Apex Computer Productions

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Apex Computer Productions
IndustryVideo game industry
Interactive entertainment
HeadquartersUnited Kingdom
Key people
John Rowlands
Steve Rowlands

Apex Computer Productions was the brothers John and Steve Rowlands, British based game designers and programmers on the Commodore 64 in the late 1980s and early 1990s.[1]

They programmed in pure assembly language and their earliest commercial release was Cyberdyne Warrior, a platform shooter, for Hewson in 1989. Soon after, they entered a relationship with Thalamus, the game publishing arm of Zzap!64, who published their next game, Retrograde.

Thalamus relationship[edit]

After Creatures, Apex began work on the sequel Creatures II: Torture Trouble, still developing on the Commodore 64. In a startling coup—since Thalamus were associated with a rival magazine publisher in Newsfield, the home of ZZAP!64Commodore Format (Future Publishing) secured the rights to serialise the development of the game, which again proved very popular. Creatures II was received favorably by the critics. Creatures II focused more on the popular torture screens than on the side-scrolling platforming of Creatures.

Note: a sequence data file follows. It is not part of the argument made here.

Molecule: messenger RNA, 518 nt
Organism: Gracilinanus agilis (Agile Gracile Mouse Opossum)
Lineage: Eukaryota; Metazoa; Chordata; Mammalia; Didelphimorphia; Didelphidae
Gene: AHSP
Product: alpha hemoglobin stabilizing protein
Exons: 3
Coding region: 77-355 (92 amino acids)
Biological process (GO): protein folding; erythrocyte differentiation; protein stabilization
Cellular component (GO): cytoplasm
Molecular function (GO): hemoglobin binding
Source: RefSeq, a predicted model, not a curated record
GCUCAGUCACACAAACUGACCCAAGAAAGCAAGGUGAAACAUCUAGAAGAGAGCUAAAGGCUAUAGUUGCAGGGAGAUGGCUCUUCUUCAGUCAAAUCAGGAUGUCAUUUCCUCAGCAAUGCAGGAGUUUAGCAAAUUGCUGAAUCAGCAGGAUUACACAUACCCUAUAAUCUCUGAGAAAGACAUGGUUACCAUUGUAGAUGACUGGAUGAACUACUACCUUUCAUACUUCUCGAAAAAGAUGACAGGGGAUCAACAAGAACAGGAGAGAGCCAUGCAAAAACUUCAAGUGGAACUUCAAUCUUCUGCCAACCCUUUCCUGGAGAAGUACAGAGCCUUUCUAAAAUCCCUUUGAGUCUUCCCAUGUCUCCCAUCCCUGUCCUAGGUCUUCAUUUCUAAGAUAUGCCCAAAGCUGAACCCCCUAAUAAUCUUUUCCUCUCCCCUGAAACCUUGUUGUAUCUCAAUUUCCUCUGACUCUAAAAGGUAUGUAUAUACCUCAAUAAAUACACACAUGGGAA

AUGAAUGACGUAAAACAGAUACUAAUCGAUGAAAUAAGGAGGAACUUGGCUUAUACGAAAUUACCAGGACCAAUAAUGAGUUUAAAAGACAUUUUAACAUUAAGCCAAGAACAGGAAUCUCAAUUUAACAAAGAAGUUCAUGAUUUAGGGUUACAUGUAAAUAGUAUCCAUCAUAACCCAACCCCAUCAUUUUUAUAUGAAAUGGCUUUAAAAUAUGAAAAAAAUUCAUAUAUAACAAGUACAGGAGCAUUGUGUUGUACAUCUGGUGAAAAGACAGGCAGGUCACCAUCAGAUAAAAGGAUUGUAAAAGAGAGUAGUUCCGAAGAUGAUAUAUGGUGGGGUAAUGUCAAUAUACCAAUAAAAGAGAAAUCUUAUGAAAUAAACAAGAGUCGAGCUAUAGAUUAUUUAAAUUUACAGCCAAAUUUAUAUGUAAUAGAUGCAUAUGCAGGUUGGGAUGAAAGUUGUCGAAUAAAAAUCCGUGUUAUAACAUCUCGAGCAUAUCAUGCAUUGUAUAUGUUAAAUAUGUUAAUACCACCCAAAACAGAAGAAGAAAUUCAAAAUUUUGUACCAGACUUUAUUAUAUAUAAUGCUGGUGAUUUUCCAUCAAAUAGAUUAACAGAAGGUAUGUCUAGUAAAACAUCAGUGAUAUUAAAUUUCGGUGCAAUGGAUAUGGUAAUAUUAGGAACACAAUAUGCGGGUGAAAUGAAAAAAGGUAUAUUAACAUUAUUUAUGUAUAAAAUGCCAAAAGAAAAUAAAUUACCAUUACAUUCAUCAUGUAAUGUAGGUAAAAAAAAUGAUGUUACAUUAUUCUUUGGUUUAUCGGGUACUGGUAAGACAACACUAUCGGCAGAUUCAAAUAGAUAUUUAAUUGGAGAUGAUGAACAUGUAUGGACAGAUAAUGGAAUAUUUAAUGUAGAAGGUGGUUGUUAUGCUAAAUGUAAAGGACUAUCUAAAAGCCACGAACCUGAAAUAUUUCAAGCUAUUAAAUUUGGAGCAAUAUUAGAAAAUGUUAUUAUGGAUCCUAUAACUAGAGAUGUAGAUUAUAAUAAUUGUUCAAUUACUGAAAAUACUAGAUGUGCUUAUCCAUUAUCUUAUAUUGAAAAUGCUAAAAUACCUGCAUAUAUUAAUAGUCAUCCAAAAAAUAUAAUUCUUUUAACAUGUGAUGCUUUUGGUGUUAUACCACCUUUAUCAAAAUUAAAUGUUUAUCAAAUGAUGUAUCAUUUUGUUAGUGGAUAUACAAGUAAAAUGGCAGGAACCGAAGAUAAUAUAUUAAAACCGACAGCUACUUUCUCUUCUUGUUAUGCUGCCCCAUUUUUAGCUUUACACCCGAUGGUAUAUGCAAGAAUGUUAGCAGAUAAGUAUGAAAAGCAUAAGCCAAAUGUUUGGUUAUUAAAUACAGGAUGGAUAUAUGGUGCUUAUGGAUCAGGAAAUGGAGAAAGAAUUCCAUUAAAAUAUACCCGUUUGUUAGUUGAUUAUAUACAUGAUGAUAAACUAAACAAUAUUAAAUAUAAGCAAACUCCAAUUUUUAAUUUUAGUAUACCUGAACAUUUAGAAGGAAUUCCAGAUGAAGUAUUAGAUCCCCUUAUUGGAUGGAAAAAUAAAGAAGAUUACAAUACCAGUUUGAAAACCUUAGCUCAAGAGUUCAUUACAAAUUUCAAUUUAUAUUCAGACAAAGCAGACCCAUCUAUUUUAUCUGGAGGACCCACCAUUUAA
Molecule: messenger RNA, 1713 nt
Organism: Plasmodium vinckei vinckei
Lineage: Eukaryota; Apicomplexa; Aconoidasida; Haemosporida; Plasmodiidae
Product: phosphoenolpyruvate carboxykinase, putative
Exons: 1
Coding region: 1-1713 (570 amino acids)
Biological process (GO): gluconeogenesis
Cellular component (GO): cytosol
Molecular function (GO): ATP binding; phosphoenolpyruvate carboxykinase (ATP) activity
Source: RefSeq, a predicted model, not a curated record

Thalamus collapsed shortly after the publication of Creatures II, as the Commodore 64 had started to wane in popularity. Apex then decided to publish for themselves.

Solo[edit]

Mayhem in Monsterland was their swan song.[2] Platformers had become very popular, with Sonic The Hedgehog and Super Mario Bros. on the consoles. Mayhem was a game fashioned after Sonic, though mostly a direct descendant of Creatures.

Mayhem in Monsterland was given a "perfect" 100% score when reviewed by Commodore Format magazine.[3] This proved controversial both because the game contained bugs (not all stars could be collected on all levels), and because the Rowlands brothers had close ties with the magazine, documenting the development of the game in game diary features.

Games[edit]

References[edit]

  1. ^ Staff Writer (9 May 2011). "Museum of Computing launches bedroom coding days". ITProportal. Retrieved 28 January 2012.
  2. ^ Fabrizio Bartoloni (15 May 2009). "La vita oltre la morte del C64". Archived from the original on 21 December 2011. Retrieved 28 January 2012.
  3. ^ https://commodoreformat.files.wordpress.com/2014/06/cf38_nov1993.jpg